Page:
As with Jax’s storyline, it’s a measure of the strength of the writing that Sara’s relationship isn’t just played for face value. Instead, it ties into Sara’s own development, as the relationship scares her because it’s the first time she’s felt recognisably human feelings since coming back from the dead. This gives Sara much more vulnerability than we’re used to seeing from her and Caity Lotz plays it brilliantly, sparking strong chemistry with Liebert into the bargain. She also gets to have a lot of fun elsewhere this week, whether sassing Martin or “accidentally” spilling hot coffee on a sexist guy.
As for Kendra, she also experiences prejudice, while posing as Ray’s wife, and although she partly enjoys seeing people’s shocked expressions, it does begin to wear her down, particularly when repeatedly getting mistaken for the help at her own party. Kendra also has some good moments this week, particularly when they realise Vandal Savage is their neighbour and is coming to their house-warming party (“I’m pretty sure he’s not going to kill me next to the canapés, Ray”). Dante creates some enjoyable tension at the dinner party, as Savage and Kendra confront each other and you’re never quite sure what Savage knows or what Kendra’s presence will do to him. In fact, Kendra plans to kill Savage, arming herself with the Special Dagger and luring him into the study, but of course, she bungles it, again. (The way the show disposes of Savage is rather irritating this week – Ray just blasts him out of a window and that’s basically it, i.e. nobody goes to check on him, or, God forbid, finish him off with the Special Dagger.)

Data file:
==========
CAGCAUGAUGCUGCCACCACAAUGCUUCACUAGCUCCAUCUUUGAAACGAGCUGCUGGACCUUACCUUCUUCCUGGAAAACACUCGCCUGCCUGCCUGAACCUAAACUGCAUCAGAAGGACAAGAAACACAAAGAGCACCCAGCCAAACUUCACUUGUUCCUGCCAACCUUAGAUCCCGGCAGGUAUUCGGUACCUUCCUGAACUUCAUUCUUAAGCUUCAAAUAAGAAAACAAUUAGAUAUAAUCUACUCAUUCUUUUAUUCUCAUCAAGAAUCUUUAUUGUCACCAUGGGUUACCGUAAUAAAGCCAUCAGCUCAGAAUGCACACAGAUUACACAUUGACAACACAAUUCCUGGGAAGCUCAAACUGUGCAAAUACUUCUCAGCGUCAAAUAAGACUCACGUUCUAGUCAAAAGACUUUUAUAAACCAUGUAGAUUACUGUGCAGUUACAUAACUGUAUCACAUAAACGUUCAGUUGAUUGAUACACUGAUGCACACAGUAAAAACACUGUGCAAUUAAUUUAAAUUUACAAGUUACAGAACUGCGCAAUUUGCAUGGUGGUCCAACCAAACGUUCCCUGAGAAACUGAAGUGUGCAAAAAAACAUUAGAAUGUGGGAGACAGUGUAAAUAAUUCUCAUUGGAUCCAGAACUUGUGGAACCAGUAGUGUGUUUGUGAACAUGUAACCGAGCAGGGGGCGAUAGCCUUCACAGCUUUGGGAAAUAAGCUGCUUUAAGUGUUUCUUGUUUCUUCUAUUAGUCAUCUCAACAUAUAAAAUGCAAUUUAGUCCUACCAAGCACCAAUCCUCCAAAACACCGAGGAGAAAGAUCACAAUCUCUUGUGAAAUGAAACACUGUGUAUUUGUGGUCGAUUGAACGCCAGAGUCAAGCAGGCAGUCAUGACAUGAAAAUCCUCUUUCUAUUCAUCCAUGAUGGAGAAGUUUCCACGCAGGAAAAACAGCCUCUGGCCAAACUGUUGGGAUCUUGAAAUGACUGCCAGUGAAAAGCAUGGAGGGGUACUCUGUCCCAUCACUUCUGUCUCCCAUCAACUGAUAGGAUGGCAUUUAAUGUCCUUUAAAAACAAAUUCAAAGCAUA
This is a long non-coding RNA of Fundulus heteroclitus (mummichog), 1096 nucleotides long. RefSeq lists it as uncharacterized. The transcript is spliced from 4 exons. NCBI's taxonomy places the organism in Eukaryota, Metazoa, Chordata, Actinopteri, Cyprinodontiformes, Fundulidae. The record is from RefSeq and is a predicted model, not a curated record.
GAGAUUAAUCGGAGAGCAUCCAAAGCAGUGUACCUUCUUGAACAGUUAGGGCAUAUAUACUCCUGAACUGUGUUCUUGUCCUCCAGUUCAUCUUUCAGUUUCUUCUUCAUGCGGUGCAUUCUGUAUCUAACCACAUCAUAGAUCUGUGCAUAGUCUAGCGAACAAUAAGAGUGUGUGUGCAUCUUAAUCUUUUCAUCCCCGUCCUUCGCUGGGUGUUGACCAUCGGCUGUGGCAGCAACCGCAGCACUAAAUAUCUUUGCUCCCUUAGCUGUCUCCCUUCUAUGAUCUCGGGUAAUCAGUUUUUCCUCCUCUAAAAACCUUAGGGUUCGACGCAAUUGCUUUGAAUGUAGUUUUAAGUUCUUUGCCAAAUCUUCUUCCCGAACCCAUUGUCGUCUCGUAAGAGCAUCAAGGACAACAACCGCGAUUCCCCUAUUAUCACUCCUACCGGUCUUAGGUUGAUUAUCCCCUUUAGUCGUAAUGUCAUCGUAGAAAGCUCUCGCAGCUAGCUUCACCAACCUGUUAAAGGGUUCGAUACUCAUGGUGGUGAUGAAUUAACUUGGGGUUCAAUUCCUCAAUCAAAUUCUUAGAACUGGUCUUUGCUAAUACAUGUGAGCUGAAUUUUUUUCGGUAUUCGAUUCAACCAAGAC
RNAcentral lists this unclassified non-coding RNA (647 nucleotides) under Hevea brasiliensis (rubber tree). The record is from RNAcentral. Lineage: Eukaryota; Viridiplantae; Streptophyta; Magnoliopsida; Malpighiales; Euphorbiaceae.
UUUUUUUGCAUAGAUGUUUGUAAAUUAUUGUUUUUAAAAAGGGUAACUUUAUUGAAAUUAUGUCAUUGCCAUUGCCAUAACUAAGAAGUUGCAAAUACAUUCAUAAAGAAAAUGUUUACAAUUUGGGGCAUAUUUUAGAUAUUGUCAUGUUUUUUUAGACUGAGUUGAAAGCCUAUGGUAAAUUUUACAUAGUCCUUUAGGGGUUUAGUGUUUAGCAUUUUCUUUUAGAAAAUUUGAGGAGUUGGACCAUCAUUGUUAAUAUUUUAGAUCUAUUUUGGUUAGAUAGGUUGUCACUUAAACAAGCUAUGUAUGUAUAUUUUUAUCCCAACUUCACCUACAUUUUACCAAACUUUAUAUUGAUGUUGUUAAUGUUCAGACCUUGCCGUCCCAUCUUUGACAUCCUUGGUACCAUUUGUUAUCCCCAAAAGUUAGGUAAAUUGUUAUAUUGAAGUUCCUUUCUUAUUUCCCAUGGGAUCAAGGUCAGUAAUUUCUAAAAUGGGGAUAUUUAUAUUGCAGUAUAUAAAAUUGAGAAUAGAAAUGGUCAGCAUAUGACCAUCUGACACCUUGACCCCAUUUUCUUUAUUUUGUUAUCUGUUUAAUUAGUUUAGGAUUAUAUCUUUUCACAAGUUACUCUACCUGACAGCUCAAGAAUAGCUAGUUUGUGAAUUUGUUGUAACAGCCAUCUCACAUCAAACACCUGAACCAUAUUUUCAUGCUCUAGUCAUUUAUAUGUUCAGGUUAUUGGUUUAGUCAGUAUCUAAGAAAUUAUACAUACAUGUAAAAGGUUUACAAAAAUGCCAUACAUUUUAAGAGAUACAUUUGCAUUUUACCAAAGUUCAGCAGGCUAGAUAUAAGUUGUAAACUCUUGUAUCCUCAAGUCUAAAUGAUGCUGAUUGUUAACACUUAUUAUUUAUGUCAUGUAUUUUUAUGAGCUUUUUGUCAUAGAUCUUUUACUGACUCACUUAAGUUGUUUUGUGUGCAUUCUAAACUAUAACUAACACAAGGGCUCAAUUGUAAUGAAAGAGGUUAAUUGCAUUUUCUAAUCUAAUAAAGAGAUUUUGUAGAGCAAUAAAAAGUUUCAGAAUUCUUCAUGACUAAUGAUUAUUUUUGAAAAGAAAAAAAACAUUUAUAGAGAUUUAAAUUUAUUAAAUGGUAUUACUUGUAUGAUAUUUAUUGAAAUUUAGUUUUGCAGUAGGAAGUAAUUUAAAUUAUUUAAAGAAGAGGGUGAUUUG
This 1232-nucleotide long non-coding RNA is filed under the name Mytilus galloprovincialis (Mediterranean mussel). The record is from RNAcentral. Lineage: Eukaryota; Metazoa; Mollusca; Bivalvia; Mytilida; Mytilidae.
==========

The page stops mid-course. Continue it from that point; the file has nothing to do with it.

Having Kendra and Ray pose as husband and wife is also a nice way to advance their relationship (something the show has apparently now committed to) and Ciara Renee and Brandon Routh are even starting to generate actual chemistry, as evidenced in their very sweet dance together in their new house. Admittedly, it’s frustrating to have Kendra continually defined by her romantic relationships, but at least she has an actual storyline now and it’ll be interesting to see the show’s plans for their relationship.
As for Leonard and Rip, it’s fun seeing them wearing their 1950s G-Men hats and getting into character (notably Rip’s American accent), but the show doesn’t spend too much time with them this week, because if it did, Leonard’s refusal to talk about what happened to Mick would be more of an issue.
As a lifelong movie fan, I will admit that when Joe Dante’s name came up as the director for this episode, I did a little gasp. Dante does a terrific job, blending humour and horror to solid effect and nailing the more emotional dramatic moments. The revelation of Savage’s activities in the asylum is genuinely disturbing, echoing any number of asylum movies where inmates are secretly forced to undergo experimental treatments and so on. Dante also does a great job realising the time period (aided by a decent 50s-style soundtrack), presenting a version of the 1950s that feels a lot more convincing than the show’s interpretation of the 70s and 80s in earlier episodes.
All in all, this is a highly entertaining episode that delivers humour, monster movie thrills and significant character moments, illustrating once again that the show’s set-up has enormous potential, allowing them to effectively play with different genres on a weekly basis. It also ends on yet another cliff-hanger, as Kronos reappears and attacks the ship again, forcing Rip to take off, stranding Sara, Ray and Kendra in 1958. Obviously he’ll just time-travel back to that exact moment… won’t he? Tune in next time to find out.
– It’s always worth a trip to Wikipedia whenever someone on a CW show like Arrow, The Flash or Legends mentions a particular name. This week, Savage gave his 1950s cover name as Dr. Curtis Knox, who was an immortal mad scientist character on Smallville (played by former Superman Dean Cain, no less) that was apparently based on Savage, except they couldn’t get the rights to the name.
– At one point someone mentions “Hall H for the Criminally Insane”, a very cheeky dig at San Diego Comic-Con’s famous venue that’s always used for superhero movie announcements and the like.
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Photo: © 2016 DC Comics. © 2016 Warner Bros. Entertainment Inc. All rights reserved.